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Looking back along ramparts to Walls, Monk Bar and the Minster. (SM)

The Trail 4: East Corner, part 1: details

Some say the musket loops were higher before Victorian restoration and were for a musketeer standing with the gun against his shoulder. At least one of the loops [just after the steps up] seems to have been created by filling an embrasure in the battlements.

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A musket loop seems to have been made by filling an embrasure. (SM)

 

The place for the best view of the ice house is shown by an ice symbol set in the paving of the wall-walk. The house is a bit like an igloo in reverse, it is built with brick but is mainly under ground and was made around 1800. It could be filled with ice in winter so that this could be used throughout the rest of the year for iced foods and drinks.

On the opposite side of the Walls at this point you can see you are immediately above the excavated remains of a Roman interval tower in the walls that surrounded the legionary fort 1800 years ago. The first excavation here was in late Victorian times, the last was in the 1930s. The hole the archaeologists have left gets deeper further along the Walls so there you can see a tall wall by the corner of the fort. You can see these towers do not stick out from the Roman walls so defenders in the towers could not have attacked hostile Britons from the side as they approached the walls, perhaps the Romans did not fear this sort of attack. There is an information board on the wall-walk’s railings about the Roman walls.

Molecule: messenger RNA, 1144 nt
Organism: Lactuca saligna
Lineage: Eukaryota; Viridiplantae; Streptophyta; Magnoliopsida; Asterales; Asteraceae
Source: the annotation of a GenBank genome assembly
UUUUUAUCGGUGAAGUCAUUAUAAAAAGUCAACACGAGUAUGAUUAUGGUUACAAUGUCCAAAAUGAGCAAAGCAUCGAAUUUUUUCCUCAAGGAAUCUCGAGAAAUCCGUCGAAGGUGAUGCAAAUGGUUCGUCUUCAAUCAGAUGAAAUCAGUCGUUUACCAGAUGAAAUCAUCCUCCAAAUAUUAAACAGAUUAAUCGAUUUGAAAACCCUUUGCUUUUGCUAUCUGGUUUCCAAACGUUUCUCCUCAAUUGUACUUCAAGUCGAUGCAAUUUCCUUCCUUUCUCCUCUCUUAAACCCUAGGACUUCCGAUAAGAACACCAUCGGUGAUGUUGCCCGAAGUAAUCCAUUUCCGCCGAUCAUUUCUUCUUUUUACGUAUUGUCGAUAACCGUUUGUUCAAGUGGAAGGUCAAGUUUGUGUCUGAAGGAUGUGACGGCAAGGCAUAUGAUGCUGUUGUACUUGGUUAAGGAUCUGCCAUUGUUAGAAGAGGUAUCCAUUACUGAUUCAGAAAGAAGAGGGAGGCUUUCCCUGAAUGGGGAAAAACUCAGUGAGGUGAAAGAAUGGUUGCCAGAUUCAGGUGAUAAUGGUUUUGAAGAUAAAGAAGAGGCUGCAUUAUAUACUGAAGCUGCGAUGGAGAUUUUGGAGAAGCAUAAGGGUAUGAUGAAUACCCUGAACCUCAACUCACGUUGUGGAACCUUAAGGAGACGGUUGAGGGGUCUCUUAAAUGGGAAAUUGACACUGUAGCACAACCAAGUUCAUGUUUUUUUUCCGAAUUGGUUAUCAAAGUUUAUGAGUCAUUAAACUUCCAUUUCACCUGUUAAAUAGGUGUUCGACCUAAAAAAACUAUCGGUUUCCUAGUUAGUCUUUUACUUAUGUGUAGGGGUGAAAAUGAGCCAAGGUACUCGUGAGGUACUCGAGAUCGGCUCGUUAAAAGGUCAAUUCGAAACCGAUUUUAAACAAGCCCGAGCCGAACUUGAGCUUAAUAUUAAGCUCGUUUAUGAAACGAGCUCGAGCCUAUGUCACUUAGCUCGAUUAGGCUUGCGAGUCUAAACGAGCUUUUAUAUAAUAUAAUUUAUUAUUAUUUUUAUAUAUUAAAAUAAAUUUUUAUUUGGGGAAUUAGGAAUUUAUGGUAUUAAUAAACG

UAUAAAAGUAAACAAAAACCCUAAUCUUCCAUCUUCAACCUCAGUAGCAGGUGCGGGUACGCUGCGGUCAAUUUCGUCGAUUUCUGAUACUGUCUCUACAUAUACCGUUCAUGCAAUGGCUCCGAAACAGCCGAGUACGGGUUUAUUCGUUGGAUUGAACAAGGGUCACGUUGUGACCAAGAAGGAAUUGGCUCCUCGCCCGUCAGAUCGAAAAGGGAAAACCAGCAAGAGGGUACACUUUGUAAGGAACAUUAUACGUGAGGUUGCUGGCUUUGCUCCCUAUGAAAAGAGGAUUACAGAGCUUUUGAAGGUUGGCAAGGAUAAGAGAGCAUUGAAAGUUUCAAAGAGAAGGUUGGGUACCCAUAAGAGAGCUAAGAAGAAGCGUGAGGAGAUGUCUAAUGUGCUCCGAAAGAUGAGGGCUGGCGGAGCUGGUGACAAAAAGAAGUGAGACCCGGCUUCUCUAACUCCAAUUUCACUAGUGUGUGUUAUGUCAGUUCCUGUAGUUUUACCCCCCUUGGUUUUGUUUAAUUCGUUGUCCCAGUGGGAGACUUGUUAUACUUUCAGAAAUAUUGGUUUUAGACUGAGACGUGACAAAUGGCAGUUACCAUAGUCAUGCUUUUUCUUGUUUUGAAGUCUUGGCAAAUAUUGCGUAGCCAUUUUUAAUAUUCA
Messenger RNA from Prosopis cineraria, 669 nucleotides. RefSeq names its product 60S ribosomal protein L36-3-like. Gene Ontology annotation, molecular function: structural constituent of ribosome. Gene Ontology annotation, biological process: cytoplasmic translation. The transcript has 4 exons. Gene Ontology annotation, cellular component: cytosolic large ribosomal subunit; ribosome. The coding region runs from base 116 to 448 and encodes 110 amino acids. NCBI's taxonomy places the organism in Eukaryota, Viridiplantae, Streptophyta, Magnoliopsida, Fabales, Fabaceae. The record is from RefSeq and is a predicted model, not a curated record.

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An excavated corner tower of the Roman Fort. (SM)

The medieval guild hall is one of several that survive in York. The guilds were part trade association, part charity and part religious fellowship; usually you had to join one if you wanted to do business in the city. Tailoring was one of the biggest trades in medieval York, there were 128 master-tailors in 1386 when records started, these were the full members of the guild –allowed to employ journeymen [paid by the day] and apprentices who would usually live in a master’s home.

At a round tower [called “New Tower” since 1380] the Walls suddenly turn outwards, probably on Norman ramparts, to protect the medieval church of St. Cuthbert’s. There is a small, quiet public garden immediately below you on the right; this is described in “Refreshments, Seats & Toilets” in the Appendix and as an off-trail extra for part 2 of this corner.